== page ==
Until recent times, the cultivation of hemp primarily as an oilseed was largely unknown, except in Russia. Today, it is difficult to reconstruct the type of plant that was grown there as an oilseed, because such cultivation has essentially been abandoned. Oilseed hemp cultivars in the modern sense were not available until very recently, but some land races certainly were grown specifically for seeds in Russia. Dewey (1914) gave the following information: “The short oil-seed hemp with slender stems, about 30 inches high, bearing compact clusters of seeds and maturing in 60 to 90 days, is of little value for fiber production, but the experimental plants, grown from seed imported from Russia, indicate that it may be valuable as an oil-seed crop to be harvested and threshed in the same manner as oil-seed flax.” Most hemp oilseed in Europe is currently obtained from so-called “dual usage” plants (employed for harvest of both stem fiber and seeds, from the same plants). Of the European dual-usage cultivars, ‘Uniko B’ and ‘Fasamo’ are particularly suited to being grown as oilseeds. Very recently, cultivars have been bred specifically for oilseed production. These include ‘Finola,’ formerly known as ‘Fin-314’ (Fig. 6) and ‘Anka’ (Fig. 7), which are relatively short, little-branched, mature early in north-temperate regions, and are ideal for high-density planting and harvest with conventional equipment. Dewey (1914) noted that a Turkish narcotic type of land race called “Smyrna” was commonly used in the early 20th century in the US to produce birdseed, because (like most narcotic types of Cannabis) it is densely branched, producing many flowers, hence seeds. While oilseed land races in northern Russia would have been short, early-maturing plants in view of the short growing season, in more southern areas oilseed landraces likely had moderate height, and were spaced more widely to allow abundant branching and seed production to develop. Until Canada replaced China in 1998 as a source of imported seeds for the US, most seeds used for various purposes in the US were sterilized and imported from China. Indeed, China remains the largest producer of hempseed. We have grown Chinese hemp land races, and these were short, branched, adapted to a very long growing season (i.e. they come into flower very slowly in response to photoperiodic induction of short days in the fall), and altogether they were rather reminiscent of Dewey’s description of Smyrna. Although similar in appearance to narcotic strains of C. sativa, the Chinese land races we grew were in fact low in intoxicating constituents, and it may well be that what Dewey thought was a narcotic strain was not. Although some forms of C. sativa have quite large seeds, until recently oilseed forms appear to have been mainly selected for a heavy yield of seeds, usually recognizable by abundant branching. Such forms are typically grown at lower densities than hemp grown only for fiber, as this promotes branching, although it should be understood that the genetic propensity for branching has been selected. Percentage or quality of oil in the seeds does not appear to have been important in the past, although selection for these traits is now being conducted. Most significantly, modern selection is occurring with regard to mechanized harvesting, particularly the ability to grow in high density as single-headed stalks with very short branches bearing considerable seed.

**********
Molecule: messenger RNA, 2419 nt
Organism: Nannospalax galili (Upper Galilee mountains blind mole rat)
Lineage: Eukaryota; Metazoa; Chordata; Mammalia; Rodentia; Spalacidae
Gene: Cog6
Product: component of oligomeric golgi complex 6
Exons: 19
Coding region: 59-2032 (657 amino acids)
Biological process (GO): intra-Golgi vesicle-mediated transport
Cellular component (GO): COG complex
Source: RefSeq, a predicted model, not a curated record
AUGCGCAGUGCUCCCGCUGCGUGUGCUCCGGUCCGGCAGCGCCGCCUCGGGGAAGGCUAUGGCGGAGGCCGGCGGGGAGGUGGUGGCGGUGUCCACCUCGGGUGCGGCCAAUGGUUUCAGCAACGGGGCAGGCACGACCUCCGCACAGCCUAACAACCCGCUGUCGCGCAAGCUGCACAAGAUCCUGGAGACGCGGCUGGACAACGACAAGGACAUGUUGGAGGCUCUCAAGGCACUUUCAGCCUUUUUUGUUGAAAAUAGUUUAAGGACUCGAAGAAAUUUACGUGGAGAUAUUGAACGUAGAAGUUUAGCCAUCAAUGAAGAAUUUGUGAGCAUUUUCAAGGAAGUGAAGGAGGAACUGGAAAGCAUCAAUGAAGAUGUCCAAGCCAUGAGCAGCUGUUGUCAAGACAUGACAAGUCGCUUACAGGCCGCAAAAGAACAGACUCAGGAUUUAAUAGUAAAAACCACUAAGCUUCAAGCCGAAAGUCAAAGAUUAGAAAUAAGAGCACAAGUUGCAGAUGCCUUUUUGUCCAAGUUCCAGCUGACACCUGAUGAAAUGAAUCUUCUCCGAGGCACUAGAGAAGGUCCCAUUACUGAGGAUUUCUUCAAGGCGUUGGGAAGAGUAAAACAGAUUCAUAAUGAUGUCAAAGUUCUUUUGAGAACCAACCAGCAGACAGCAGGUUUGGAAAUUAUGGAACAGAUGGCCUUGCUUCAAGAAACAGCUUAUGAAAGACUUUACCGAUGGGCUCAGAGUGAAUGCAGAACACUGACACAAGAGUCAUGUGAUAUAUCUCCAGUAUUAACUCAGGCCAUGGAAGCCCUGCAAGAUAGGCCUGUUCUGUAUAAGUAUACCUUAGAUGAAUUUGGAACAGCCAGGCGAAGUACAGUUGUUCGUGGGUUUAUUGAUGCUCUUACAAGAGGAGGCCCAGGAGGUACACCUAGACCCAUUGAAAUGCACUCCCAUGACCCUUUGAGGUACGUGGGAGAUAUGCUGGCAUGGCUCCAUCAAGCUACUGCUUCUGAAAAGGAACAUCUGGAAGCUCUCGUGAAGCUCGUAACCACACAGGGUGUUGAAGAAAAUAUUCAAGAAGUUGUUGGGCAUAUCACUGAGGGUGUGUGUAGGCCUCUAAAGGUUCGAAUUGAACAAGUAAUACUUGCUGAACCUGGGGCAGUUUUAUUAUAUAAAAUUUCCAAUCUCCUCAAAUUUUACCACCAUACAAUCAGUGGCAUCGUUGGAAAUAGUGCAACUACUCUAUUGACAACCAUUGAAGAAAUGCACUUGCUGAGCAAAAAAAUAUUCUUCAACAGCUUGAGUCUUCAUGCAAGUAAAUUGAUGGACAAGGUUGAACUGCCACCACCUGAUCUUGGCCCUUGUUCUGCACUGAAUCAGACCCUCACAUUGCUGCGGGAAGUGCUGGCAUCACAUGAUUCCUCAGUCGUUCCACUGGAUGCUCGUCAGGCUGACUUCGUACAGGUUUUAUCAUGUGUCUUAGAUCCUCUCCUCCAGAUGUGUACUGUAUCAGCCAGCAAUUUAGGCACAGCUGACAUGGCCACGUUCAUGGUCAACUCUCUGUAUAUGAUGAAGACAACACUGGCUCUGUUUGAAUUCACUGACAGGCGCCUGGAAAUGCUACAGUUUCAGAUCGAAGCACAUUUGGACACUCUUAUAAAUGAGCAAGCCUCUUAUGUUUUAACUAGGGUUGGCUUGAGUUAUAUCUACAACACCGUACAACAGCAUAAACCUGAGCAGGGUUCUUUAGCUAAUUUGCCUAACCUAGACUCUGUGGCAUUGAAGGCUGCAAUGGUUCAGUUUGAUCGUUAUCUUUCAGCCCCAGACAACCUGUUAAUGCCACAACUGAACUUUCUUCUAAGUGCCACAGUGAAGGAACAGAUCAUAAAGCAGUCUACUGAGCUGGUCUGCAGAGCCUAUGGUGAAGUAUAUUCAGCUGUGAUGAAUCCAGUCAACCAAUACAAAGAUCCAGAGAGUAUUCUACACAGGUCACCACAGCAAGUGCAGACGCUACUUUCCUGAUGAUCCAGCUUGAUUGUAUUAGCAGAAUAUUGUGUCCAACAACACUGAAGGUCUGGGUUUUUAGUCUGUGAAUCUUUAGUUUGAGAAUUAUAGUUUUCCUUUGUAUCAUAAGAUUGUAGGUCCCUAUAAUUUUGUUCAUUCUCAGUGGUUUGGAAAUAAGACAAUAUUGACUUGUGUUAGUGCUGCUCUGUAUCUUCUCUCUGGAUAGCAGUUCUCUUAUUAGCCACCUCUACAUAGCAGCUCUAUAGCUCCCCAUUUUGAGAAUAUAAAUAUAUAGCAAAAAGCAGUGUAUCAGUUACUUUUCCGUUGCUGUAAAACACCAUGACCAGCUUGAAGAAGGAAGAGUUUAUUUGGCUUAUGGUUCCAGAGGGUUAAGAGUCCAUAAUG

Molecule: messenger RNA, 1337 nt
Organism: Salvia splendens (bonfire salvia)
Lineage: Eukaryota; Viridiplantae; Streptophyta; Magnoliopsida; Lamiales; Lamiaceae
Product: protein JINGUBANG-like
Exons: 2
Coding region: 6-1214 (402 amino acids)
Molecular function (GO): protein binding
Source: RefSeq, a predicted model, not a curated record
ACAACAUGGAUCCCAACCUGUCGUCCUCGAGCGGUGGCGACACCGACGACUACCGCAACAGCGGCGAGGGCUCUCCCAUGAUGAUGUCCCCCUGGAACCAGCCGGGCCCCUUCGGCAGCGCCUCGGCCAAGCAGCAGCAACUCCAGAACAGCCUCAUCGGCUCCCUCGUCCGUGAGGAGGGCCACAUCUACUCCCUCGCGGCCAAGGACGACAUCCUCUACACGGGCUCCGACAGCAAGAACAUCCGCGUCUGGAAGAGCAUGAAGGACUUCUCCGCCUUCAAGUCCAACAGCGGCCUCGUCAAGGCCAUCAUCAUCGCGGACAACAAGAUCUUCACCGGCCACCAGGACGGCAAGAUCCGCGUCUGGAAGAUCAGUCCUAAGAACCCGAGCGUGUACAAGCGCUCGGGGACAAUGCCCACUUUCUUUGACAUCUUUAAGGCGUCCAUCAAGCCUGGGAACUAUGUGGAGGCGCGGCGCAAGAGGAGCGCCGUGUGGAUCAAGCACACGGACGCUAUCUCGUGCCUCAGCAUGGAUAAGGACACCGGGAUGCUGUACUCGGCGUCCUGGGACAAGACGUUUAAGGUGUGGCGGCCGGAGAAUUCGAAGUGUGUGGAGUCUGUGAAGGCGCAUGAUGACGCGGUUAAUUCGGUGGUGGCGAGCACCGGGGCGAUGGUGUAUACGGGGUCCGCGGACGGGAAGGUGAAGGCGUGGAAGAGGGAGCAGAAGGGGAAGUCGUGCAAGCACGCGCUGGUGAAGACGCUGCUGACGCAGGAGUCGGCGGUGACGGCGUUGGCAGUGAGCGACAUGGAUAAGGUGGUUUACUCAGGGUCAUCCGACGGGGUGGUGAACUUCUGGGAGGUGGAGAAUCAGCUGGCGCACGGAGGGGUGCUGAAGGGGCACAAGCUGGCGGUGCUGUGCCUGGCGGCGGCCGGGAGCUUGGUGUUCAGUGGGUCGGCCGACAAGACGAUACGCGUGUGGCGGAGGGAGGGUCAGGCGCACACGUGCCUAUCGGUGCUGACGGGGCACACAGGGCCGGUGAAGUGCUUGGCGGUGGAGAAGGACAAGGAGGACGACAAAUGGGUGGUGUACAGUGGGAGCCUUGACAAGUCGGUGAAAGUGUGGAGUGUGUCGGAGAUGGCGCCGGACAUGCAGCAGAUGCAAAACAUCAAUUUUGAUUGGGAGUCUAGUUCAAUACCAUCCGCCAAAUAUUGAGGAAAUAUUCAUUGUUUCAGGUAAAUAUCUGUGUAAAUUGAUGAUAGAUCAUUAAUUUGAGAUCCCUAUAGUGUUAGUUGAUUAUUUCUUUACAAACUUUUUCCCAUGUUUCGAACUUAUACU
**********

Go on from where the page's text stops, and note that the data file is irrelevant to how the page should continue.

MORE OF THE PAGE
Although marijuana smoke contains a number of carcinogens findings from a limited number of well-designed studies do not suggest an increased risk for the development of either lung or upper airway cancer from light or moderate use. However, the evidence is mixed when it comes to the carcinogenic risks of heavy, long-term marijuana users, according to this study.